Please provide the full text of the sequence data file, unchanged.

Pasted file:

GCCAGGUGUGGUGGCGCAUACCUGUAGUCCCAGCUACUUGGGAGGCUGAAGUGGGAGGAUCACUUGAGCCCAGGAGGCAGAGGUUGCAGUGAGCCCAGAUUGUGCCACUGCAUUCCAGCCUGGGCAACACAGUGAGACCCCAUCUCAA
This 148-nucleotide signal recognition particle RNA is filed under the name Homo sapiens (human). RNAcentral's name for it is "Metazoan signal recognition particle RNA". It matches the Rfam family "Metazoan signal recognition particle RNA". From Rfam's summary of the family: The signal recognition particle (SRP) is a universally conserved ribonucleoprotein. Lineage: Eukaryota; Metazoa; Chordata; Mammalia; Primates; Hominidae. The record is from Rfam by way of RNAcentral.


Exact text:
GCCAGGUGUGGUGGCGCAUACCUGUAGUCCCAGCUACUUGGGAGGCUGAAGUGGGAGGAUCACUUGAGCCCAGGAGGCAGAGGUUGCAGUGAGCCCAGAUUGUGCCACUGCAUUCCAGCCUGGGCAACACAGUGAGACCCCAUCUCAA
This 148-nucleotide signal recognition particle RNA is filed under the name Homo sapiens (human). RNAcentral's name for it is "Metazoan signal recognition particle RNA". It matches the Rfam family "Metazoan signal recognition particle RNA". From Rfam's summary of the family: The signal recognition particle (SRP) is a universally conserved ribonucleoprotein. Lineage: Eukaryota; Metazoa; Chordata; Mammalia; Primates; Hominidae. The record is from Rfam by way of RNAcentral.